Regional Reviews: Washington, D.C.
The misdirection begins with the pre-show music: sound designer Roc Lee keeps things light with a collection of theme songs from sitcoms based around African Americans, from "The Jeffersons" and "Good Times" to "The Fresh Prince of Bel-Air." Misha Kachman's scenic design depicts the large, tasteful, well-appointed (and in some places two-dimensional) house of Beverly Frasier (Nikki Crawford), her husband Dayton (Samuel Ray Gates), and their teenage daughter Keisha (Chinna Palmer). The focal point of the living room is a large photorealistic portraitan upper-middle-class African-American family on display.
Director Stevie Walker-Webb understands the importance of pacing as the action begins fairly benignly. At first the play seems utterly conventional, with a few hiccups, as Beverley wears herself out preparing a 70th-birthday dinner for her mother, and Dayton offers his help without actually doing much. They're soon joined by Beverley's waspish sister Jasmine (Shannon Dorsey, making a meal out of her every word) and overachieving Keisha, home from school after basketball practice. One odd thing is that several characters examine themselves in an invisible mirror on the fourth wall, facing the audience.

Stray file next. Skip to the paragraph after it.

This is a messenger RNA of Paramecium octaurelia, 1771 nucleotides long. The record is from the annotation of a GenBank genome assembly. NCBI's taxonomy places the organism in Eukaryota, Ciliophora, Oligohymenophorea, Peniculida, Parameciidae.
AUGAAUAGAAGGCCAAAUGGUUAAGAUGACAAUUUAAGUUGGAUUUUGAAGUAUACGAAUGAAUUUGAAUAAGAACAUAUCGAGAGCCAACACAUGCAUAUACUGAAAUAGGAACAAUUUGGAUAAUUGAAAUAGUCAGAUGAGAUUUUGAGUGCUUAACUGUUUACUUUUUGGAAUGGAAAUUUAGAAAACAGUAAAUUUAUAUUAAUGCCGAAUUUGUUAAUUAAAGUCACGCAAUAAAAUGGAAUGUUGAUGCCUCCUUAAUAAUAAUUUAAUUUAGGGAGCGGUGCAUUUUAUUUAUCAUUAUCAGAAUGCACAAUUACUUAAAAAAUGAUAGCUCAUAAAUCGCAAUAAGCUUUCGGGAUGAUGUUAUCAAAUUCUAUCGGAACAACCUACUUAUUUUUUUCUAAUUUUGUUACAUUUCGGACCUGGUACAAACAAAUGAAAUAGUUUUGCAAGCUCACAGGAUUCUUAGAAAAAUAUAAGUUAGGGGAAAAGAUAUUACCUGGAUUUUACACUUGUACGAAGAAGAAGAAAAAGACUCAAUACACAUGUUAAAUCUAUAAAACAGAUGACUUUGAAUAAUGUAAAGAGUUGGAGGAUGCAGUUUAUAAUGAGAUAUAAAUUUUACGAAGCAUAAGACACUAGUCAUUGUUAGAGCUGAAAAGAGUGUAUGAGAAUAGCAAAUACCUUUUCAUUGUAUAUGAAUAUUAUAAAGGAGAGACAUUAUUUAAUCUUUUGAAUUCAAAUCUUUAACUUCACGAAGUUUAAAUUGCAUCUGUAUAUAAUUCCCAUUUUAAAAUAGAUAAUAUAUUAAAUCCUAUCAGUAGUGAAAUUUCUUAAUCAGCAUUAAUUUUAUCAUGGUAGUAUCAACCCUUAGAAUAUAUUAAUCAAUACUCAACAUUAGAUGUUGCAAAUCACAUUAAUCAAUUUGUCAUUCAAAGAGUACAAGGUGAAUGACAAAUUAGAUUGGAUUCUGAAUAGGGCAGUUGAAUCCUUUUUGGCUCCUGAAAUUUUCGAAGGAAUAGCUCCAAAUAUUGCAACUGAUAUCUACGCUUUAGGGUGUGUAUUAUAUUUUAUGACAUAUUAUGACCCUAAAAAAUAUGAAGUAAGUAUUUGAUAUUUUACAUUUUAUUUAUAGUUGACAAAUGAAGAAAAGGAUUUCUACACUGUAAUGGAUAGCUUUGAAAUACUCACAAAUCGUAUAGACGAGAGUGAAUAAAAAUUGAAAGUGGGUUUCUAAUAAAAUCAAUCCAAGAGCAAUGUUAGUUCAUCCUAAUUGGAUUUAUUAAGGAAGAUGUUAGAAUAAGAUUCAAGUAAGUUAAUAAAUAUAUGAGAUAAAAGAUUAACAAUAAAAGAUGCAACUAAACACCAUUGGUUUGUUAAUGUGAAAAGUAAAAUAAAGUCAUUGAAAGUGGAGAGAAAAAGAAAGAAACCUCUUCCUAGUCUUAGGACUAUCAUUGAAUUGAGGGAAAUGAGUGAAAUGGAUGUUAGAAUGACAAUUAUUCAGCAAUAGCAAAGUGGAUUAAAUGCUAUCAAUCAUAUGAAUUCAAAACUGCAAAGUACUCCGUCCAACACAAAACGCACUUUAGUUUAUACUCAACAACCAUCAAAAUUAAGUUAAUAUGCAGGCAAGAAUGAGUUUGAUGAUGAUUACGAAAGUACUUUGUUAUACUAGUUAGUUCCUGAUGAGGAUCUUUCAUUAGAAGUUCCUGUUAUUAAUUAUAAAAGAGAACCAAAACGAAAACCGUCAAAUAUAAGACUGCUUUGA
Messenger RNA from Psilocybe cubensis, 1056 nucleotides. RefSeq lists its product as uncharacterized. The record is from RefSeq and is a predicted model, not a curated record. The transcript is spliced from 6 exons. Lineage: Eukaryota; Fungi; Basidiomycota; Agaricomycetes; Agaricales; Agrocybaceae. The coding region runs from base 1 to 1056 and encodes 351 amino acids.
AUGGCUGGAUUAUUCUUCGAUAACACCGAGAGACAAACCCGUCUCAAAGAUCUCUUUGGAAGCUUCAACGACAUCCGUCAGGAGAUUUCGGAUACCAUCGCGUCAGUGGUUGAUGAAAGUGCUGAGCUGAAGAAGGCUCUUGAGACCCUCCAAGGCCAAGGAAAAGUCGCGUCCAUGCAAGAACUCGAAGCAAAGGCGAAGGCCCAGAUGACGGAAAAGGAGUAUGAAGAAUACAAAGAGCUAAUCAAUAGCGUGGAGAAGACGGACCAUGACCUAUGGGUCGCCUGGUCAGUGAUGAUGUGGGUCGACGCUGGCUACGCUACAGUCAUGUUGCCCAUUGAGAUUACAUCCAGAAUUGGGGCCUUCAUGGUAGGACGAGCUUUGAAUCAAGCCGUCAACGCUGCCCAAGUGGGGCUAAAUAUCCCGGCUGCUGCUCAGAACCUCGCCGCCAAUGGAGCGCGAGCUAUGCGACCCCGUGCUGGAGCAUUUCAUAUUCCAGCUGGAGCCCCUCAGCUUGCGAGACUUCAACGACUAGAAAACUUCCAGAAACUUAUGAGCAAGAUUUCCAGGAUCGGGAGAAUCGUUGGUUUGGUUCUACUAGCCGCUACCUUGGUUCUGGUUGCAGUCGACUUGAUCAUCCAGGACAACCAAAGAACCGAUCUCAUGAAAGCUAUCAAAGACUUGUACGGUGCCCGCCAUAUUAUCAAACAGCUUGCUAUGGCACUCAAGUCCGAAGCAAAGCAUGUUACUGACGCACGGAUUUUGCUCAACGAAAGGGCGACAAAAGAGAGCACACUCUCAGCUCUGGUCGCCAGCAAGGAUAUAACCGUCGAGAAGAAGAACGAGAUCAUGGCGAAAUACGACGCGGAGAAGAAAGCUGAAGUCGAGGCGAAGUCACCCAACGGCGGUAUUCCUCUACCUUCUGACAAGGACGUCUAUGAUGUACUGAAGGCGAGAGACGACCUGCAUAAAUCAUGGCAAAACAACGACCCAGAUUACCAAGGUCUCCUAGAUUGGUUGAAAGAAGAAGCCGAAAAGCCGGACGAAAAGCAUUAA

However, that's just the beginning. The perfect surface begins to crack, several other characters make their presence known, Ivania Stack's costumes go from elegant to outrageous, and nothing is what it appears to be, including who's in charge of the action. The cast members, especially Palmer, surrender themselves to the needs of the play and go fearlessly wherever it leads.
In conjunction with the production, Woolly Mammoth is hosting post-show conversations after each performance to allow audiences to share their opinions and regain their footing in the constantly shifting landscape conjured by the play.
Woolly Mammoth Theatre Company